Adaptability is even more important if you’re working for an agency style organisation where you’re likely to work with a variety of different clients on a daily basis. Here’s how to show your adaptability:

  • “Demonstrated versatility in working with a variety of programming languages and frameworks, including Java, Python, JavaScript, and React, to develop scalable and efficient applications for diverse clients and industries.” (Software engineer CV).

4. Customer service skills

Even if you aren’t working in a directly customer facing role, many modern Kiwi companies want their employees to have a customer focused mindset. This means that even if you’re working in a backroom capacity, employers want their staff to be considering the customer at every step of delivering their product or service.

Demonstrating your customer service skills on your CV could look something like this:

  • “Collaborated closely with clients to understand their business goals and financial challenges, offering tailored solutions and strategic advice to optimise their financial performance and mitigate risks.” (Accountant CV).

5. Computer literacy skills

These days, there are not very many jobs at all that don’t require you to use a computer or digital tools to at least some extent. When talking about computer literacy skills on your CV, you really need to focus on how you will use these tools in the role you’re going for. It’s not really much use to an employer that you’re awesome at Microsoft Word, for example, unless you know you’re going to be using that specific programme.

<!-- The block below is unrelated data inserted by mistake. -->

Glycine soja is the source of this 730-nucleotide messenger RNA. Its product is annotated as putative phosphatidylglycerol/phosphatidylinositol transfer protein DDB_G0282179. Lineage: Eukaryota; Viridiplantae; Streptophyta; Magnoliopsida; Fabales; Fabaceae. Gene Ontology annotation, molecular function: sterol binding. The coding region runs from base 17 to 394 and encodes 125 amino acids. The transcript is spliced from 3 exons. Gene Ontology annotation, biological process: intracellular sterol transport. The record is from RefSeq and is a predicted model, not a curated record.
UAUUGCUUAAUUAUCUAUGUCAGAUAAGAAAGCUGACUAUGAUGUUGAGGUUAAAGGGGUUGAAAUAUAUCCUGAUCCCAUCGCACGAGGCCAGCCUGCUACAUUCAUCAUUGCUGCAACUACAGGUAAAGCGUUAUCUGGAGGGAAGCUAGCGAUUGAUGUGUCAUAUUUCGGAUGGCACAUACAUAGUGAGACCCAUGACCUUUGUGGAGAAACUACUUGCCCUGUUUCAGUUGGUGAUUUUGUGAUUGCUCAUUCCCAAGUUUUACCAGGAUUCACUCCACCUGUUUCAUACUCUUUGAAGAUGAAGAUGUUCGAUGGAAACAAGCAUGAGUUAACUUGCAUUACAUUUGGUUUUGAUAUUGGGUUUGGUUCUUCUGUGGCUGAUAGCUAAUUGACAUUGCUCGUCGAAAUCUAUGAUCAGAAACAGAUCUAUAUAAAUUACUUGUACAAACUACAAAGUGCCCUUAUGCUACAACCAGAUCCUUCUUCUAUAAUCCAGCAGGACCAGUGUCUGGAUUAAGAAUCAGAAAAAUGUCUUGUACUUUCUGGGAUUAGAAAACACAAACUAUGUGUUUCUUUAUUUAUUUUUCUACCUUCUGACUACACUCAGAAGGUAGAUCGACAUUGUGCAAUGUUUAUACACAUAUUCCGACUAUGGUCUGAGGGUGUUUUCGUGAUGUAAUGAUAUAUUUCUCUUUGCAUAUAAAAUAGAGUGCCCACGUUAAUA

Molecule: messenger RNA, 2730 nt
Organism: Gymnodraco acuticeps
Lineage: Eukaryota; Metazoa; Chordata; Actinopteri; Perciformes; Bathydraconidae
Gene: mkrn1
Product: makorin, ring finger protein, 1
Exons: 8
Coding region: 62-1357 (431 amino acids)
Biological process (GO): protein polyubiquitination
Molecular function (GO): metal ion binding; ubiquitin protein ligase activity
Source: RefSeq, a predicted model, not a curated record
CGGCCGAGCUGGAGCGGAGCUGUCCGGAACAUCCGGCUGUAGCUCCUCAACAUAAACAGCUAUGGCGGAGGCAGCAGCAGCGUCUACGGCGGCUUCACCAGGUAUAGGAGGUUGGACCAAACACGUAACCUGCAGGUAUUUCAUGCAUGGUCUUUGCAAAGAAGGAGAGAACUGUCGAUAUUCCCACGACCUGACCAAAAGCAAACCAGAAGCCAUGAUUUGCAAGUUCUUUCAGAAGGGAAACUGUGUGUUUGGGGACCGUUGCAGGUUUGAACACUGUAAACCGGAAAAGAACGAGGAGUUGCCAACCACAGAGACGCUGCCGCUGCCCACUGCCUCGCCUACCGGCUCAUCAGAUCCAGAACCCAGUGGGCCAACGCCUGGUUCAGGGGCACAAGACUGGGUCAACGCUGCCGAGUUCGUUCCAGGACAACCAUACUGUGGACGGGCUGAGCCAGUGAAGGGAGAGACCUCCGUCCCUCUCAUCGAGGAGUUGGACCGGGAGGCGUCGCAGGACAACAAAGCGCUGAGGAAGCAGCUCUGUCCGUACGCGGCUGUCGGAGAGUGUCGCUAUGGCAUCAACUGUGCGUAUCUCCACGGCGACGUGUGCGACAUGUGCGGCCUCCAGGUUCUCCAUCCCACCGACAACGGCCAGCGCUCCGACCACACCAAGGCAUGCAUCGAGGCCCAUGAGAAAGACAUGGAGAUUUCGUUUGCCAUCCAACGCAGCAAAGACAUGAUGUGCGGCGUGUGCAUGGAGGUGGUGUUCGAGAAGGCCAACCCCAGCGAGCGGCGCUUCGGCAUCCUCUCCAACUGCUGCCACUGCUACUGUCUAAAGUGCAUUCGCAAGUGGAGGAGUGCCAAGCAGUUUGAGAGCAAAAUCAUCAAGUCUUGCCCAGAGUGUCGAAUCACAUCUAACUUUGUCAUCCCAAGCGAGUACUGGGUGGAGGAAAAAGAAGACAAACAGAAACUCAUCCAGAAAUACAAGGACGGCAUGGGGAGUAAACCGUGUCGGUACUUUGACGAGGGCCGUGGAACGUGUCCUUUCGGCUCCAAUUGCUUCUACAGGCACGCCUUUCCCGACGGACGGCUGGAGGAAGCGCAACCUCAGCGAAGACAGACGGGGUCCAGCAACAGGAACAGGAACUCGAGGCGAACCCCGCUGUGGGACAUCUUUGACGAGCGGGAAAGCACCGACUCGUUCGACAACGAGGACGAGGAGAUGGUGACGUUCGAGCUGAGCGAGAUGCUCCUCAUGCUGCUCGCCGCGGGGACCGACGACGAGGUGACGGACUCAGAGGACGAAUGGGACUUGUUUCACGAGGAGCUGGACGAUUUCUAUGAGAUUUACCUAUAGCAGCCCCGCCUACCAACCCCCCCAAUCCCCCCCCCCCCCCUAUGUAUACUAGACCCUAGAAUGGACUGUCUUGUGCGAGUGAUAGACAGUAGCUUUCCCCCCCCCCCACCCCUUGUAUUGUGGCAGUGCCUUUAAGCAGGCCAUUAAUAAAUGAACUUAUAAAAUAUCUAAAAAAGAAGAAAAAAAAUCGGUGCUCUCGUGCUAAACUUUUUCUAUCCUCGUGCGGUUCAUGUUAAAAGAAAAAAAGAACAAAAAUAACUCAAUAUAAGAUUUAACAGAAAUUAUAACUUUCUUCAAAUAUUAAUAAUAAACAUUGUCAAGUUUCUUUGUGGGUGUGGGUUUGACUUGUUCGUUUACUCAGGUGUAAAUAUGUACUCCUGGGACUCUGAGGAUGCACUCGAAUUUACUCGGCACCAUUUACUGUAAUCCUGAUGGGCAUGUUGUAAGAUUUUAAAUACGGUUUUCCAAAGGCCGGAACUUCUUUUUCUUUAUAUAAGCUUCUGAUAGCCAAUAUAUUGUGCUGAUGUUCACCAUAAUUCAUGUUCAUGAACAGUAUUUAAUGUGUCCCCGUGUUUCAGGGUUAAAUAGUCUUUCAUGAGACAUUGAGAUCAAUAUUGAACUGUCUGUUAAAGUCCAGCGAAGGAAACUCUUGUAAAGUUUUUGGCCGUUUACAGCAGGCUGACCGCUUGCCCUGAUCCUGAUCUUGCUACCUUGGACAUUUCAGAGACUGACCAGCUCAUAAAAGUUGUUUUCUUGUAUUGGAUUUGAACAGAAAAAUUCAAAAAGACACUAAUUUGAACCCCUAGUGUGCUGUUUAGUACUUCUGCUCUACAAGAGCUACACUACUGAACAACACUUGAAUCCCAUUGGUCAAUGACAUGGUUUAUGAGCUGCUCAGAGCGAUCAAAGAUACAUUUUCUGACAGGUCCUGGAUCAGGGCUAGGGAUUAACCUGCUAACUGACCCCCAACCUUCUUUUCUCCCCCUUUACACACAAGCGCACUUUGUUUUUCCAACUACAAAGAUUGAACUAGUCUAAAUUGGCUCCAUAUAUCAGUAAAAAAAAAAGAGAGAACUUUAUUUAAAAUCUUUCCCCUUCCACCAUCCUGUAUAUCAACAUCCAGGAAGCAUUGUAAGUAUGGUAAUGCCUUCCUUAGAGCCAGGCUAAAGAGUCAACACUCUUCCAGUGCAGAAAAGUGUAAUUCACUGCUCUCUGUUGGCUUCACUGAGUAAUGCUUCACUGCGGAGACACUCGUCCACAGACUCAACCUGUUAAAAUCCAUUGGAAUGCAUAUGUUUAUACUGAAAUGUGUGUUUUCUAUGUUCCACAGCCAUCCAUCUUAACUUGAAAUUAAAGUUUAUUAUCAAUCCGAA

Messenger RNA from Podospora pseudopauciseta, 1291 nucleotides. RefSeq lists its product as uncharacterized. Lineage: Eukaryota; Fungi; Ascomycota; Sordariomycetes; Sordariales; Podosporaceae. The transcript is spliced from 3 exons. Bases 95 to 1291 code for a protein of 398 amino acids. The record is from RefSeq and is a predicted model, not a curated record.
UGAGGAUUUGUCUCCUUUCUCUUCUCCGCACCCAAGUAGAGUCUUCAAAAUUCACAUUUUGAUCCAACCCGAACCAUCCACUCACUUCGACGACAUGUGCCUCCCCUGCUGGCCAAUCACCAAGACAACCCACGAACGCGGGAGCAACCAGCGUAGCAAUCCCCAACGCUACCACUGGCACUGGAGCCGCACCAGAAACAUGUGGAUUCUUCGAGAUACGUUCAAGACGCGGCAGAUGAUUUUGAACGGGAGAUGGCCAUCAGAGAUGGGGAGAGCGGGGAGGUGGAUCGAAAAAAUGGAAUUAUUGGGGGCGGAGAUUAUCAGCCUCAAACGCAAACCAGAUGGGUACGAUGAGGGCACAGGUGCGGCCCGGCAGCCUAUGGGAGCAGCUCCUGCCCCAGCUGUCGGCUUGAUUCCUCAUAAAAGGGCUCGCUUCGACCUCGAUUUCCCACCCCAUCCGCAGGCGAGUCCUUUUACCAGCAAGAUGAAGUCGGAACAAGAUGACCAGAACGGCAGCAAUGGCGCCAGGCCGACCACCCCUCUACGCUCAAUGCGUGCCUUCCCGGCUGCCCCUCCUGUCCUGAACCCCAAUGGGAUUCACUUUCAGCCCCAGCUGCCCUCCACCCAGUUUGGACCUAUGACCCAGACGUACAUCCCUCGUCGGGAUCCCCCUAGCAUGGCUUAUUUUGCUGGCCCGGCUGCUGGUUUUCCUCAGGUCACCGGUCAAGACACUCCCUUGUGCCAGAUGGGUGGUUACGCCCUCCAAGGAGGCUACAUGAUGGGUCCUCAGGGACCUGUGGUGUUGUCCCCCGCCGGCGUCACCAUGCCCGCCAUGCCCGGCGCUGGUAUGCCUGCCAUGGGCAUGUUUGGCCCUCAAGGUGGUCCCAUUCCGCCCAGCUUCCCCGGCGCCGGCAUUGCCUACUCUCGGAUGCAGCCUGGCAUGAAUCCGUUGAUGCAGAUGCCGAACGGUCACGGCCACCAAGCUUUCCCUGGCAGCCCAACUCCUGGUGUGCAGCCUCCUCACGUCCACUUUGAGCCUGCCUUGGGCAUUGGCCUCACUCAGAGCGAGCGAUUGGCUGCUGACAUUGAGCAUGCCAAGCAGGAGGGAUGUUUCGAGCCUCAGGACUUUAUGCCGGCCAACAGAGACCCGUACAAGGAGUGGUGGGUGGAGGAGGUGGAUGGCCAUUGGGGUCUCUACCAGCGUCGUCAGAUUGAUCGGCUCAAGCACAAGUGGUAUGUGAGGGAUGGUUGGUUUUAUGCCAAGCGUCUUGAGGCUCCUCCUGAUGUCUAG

“Demonstrated competence in navigating hospital information systems to retrieve patient lab results, diagnostic reports, and other medical records, facilitating timely and informed decision-making by healthcare providers.” (Nurse CV).

It's hard to find a job that doesn't require some degree of computer literacy.

6. Time management

Even if you’re highly skilled in your chosen career path, you’re going to be of limited use to an employer if you’re so bad at time management that you’re forever missing deadlines or forgetting important meetings.

Given that people manage their time in different ways, employers are often interested to know the specific tools and tactics that you use. You can demonstrate this to them effectively on your CV like this:

  • “Prioritised and triaged customer requests based on urgency and complexity, ensuring timely resolution of critical issues and escalation to appropriate departments as needed.” (Customer service agent CV).

7. Emotional intelligence

Emotional intelligence is important for all sorts of reasons, like being a good co-worker, and being able to really understand the problems and desires of your customers. This particular soft skill takes on an even greater importance if you have ambitions of getting into a management position, as being aware of your reportees’ emotions is crucially important to successful managers.

“Excellent communication and interpersonal skills, with the ability to build rapport and establish trust with clients, media professionals, and internal team members.” (Public relations (PR) CV).


Al Hall
Al Hall

Al Hall is a regular contributor at Trade Me Jobs and Trade Me Property. He’s dedicated to helping people succeed in their aspirations to find their dream job and place to live.